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majestic edifice. There Henry II. held a Parliament; there the Barons besieged King John; there Edward III. held the stately meetings of the famous order of knighthood which he had instituted; there, also, he kept prisoners the kings of Scotland and of France, doing them honour the while, in the old chivalric fashion. In that grim round tower was held captive, in a later reign, the third Stuart king of Scotland,—the first who bore the luckless name of James. Looking down from those dark walls, he saw the lady of his love walking in the garden below, and wrote concerning her verses that have much of Chaucer's fine simplicity :

“ The fairest or the freshest younge flower

That ever I saw, methought, before that hour." Brief and unhappy as was the life of the poet-king-violent and treacherous his death-let us hope that he had hours of real joy in the company of the lady whom thus he wooed.

There is other poetry connected with Windsor Castle. The Earl of Surrey wrote poems while imprisoned there, and it is believed that The Merry Wives of Windsor was first played there before Elizabeth. But the Castle itself is a poem. You cannot enter St. George's Chapel without remembering the great monarchs who are buried beneath its exquisite roof, or tread the north terrace without thinking of the imperious queen who caused it to be made. Pleasanter place than Windsor Castle for a holiday trip there is not in England: the superb interior, with its innumerable reminiscences; the wide views over many counties from the towers and terraces; the umbrageous trees and spreading turf of the Great Park,-give one abundant occupation for a summer-day. And as Windsor is a royal town, all sorts of accommodation are also abundant. Excellent are the inns; the confectioners devote themselves enthusiastically to the supply of luncheons; there are even establishments where third-class travellers can bave tea of the cheapest—as strong, I hope, as it is cheap. In the coming Lent, so say the authorities of the Court Circular, the Prince of Wales is to be married at Windsor : how all London, and no small proportion of the rest of England, will crowd to catch a glimpse of the ceremonial! Cavillers have been asking why the wedding is not to be held in the capital; but surely Windsor is a fitter place for it. Windsor, connected with the births, the marriages, the deaths, of so long a line of sovereigns, has higher claim upon the Prince of Wales than Buckingham Palace, which has not been royal property a century. Even Westminster Abbey has not the regal reminiscences which pertain to Windsor Castle. So at Windsor let Albert Edward wed the blushing Alexandra; and let us all wish for them what Catullus wished for Aulus Manlius Torquatus and his bride :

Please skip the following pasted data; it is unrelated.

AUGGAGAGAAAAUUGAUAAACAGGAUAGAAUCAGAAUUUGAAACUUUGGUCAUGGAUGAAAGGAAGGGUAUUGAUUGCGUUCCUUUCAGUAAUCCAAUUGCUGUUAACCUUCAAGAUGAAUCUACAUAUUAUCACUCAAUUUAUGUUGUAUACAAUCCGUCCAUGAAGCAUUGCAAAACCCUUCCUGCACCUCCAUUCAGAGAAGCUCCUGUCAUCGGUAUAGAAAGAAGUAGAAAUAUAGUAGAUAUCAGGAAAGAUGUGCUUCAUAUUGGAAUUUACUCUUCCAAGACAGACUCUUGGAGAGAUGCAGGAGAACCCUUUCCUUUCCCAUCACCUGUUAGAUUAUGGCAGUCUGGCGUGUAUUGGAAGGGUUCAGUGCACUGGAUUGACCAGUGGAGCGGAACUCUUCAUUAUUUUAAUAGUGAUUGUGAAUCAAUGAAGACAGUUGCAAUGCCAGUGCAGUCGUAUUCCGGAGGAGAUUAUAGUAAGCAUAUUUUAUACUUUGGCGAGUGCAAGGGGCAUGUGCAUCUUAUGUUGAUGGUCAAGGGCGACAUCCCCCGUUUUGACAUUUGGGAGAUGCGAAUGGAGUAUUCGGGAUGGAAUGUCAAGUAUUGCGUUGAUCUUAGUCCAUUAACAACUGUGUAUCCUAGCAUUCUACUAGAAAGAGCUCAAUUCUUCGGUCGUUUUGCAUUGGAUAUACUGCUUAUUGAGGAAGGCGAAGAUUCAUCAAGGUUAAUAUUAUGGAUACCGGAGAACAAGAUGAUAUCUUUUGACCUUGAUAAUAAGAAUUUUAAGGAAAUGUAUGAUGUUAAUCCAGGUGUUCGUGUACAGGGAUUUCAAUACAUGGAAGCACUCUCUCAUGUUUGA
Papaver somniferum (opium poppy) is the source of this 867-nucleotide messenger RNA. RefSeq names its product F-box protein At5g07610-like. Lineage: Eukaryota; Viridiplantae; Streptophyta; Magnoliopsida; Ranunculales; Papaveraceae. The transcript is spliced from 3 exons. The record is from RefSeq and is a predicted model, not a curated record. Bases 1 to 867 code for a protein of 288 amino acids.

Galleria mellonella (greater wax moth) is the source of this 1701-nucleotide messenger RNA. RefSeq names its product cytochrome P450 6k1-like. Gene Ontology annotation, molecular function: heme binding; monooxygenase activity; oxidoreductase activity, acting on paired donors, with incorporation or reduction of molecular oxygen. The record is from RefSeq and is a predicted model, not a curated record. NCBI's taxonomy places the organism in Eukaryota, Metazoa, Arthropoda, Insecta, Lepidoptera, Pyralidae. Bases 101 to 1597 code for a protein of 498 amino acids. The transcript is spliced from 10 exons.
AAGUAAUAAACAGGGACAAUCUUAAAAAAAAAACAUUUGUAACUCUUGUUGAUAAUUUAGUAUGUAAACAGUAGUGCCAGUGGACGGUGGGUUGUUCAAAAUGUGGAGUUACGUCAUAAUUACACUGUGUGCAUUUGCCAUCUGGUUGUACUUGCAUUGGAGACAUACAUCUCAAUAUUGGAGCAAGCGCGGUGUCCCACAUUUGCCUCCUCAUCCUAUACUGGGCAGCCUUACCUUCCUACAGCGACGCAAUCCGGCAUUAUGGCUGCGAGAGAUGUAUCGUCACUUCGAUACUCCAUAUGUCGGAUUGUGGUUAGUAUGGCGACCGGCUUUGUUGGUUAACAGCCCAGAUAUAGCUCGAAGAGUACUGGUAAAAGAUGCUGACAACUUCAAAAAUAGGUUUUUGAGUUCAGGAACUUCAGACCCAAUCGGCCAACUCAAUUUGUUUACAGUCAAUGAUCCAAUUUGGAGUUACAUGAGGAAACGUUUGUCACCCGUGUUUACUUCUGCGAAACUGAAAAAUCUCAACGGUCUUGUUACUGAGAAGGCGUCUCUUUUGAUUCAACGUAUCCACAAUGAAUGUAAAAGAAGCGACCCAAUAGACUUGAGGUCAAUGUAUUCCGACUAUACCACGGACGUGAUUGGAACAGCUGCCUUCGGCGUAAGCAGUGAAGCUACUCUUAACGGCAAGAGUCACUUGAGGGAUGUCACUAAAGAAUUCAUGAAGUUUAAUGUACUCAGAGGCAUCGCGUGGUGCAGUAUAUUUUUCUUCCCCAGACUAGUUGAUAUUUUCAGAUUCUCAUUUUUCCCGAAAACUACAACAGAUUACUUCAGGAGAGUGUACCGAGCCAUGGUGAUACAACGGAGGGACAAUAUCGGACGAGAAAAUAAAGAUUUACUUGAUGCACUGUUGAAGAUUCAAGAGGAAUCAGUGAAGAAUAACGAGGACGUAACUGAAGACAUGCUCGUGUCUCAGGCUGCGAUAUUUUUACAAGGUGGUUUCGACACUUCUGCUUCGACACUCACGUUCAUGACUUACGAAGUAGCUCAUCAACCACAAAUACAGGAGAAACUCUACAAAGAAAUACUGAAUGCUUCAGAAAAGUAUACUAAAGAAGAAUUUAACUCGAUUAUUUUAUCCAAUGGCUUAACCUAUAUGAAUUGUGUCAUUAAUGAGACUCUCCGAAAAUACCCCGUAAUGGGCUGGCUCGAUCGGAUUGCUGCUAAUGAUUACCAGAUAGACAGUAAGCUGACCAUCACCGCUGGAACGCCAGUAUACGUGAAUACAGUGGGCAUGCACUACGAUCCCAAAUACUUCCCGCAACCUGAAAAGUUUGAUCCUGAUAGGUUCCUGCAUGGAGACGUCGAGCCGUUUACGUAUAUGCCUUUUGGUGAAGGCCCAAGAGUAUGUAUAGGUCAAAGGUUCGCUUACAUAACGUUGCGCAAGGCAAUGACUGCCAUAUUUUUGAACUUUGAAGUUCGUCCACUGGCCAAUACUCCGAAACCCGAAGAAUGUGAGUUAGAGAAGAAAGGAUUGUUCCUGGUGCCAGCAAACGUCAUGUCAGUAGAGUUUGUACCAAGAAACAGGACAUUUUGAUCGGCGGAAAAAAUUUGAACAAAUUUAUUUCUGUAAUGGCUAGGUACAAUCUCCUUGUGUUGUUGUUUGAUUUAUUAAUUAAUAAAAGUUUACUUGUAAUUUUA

Torquatus, volo, parvulus
Matris e gremio suæ
Porrigens teneras manus,
Dulce rideat ad patrem
Semihiante labello."

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Although Eton and Windsor may be regarded as one town, they are in different counties. Here the Thames divides Buckinghamshire from Berkshire, and the village of learning from the town of royalty. Those playing-fields of Eton are a joyous scene. As one sees the shirt-sleeved youngsters at their cricket or football, it is difficult to suppress Charles Lamb's utterance of regret that a few years will turn them into dull and decorous members of Parliament. Who could photograph the peculiarities of public-school society ? Many men have tried it; and readers of

Tom Brown's School-days are compelled to admit that something very near to success has been attained in that charming book. Yet perhaps the most perfect picture of a great public-school that can be found in English literature is contained in five brief chapters of Coningsby. Mr. Disraeli, in his boyhood, had no experience of a public-school; yet by marvellous instinct he presents Eton to us as it is. What can be truer to the absurd aristocracy of boyhood than the breakfast "lounge," and Coningsby's sullen dislike to meeting “an infernal manufacturer" ? Then the youngsters' crude political conversation about the Reform Bill, characteristically interrupted by the exclamation, “ By Jove, here's the goose!” What, again, more admirable than the excitement of the school when it is supposed that Coningsby and his friends are drowned ? A satirical acquaintance of mine, when Mr. Disraeli was in office, wrote a squib about him, which began thus :

“ The model statesman, nowaday,

Il you could manage to compress him in
A case of glass, the world would say,

You had a very curious specimen.
He nothing knows about finance,

Statistics, policy, or history;
But writes a capital romance,

And tries to solve the Asian Mystery."
Certes, the “capital romance” must be admitted by his worst enemies.
Praed himself was not more Etonian in his verse than the Tory novelist
in his prose description of Eton.